-Nothing pre-packaged, including breads (anything containing salt is not safe, so… everything).
(It’s cool, I don’t eat bread anyway! Hold up, my mayo has salt in it? NO! I hate making my own! My hummus, my guacamole, my plantain chips, my GF crackers… omg what am I going to EAT?! I guess just a lot of chicken.)
–Limit meats to 6 ounces per day
*sobs quietly, rocking while clutching dark chocolate
Since eating Paleo already limits my food choices, taking away the few things I know I can eat feels extra mean. Here’s the worst part: my birthday is next week, and so is Easter. Bummer. I’ve moved into acceptance though. We have a giant LID cookbook (thanks ThyCa.org!) to work with and a husband who loves to cook dinner (I know, I’m the luckiest!), so I’ll be fine! I’m also going to be a little more flexible with the whole Paleo thing which will help a lot. You better believe I’m going to have some kick-ass meals when this is over though- it will be like a whole week of birthdays!
I might tease about the LID and how “horrible” it is, but it is NOTHING. It’s nothing, not even a blip, on my radar of life. Three weeks? I can eat some bland food for three weeks. I can feel yucky for three weeks. I can be alone for a whole week (what mother doesn’t wish for that sometimes?). All of this pales in comparison to what other cancer fighters go through. Years of surgery, chemo, radiation… I cannot fathom going through all of that day after day for months and years, tearing your body apart, especially if you have other people relying on you. I am in awe of all of those amazing, brave, and truly incredible people.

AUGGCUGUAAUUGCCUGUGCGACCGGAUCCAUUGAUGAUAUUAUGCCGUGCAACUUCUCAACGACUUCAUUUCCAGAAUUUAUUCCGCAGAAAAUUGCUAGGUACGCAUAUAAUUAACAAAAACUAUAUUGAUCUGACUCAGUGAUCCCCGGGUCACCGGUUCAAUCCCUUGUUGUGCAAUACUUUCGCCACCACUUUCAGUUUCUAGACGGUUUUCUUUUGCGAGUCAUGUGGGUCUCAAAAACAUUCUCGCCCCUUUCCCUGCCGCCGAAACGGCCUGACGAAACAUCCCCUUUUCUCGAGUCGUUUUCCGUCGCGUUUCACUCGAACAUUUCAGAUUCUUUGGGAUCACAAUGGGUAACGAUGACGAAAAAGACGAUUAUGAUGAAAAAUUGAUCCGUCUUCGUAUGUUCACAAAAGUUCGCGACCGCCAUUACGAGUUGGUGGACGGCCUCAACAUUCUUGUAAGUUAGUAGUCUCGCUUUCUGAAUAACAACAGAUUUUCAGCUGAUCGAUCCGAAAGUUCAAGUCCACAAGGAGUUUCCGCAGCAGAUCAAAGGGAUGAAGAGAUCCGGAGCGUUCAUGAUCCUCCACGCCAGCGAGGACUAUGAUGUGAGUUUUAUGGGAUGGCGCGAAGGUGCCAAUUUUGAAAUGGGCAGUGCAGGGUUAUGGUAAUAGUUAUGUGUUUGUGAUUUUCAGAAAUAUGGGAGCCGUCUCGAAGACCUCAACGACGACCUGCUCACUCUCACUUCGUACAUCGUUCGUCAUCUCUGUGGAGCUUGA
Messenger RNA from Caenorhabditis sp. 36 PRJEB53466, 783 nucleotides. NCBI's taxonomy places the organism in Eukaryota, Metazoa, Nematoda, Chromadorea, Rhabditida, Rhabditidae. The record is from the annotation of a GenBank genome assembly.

Last week I took the kids to a museum and as we were leaving I saw a mother walk in pushing a double stroller. She had a two small children, a protruding round pregnant belly, and a scarf on her bald head. While many things can cause missing hair and eyebrows, my heart obviously went to Cancer. The immense flood of emotions I felt almost brought me to my knees. I wanted to go over and talk to her, maybe offer her help. I wanted to tell her that she’s amazing, and brave, and I am in awe of her (and others like her). Mostly I just wanted to quietly hug her for a long time.That would cross even my line of weirdness though, so we left. This is not the first time I have been truly humbled by someone else’s cancer journey- it’s not even the most recent time. In fact, I am touched quite a bit deeper by the word “Cancer” than I ever was before my own journey started.
I have said many times that Thyroid Cancer is just my “thing.” Everyone has one, and this is mine. Every single day I count my blessings and thank higher powers that my “thing” is very treatable and that we have so much help and people who love us. My treatment window is a few short weeks, and I will occasionally have to battle thyroid issues throughout my life but it’s nothing I can’t handle. I am continually inspired by the bravery and courage of the others who have gone before me and those who are fighting now. And, as always, life keeps moving forward.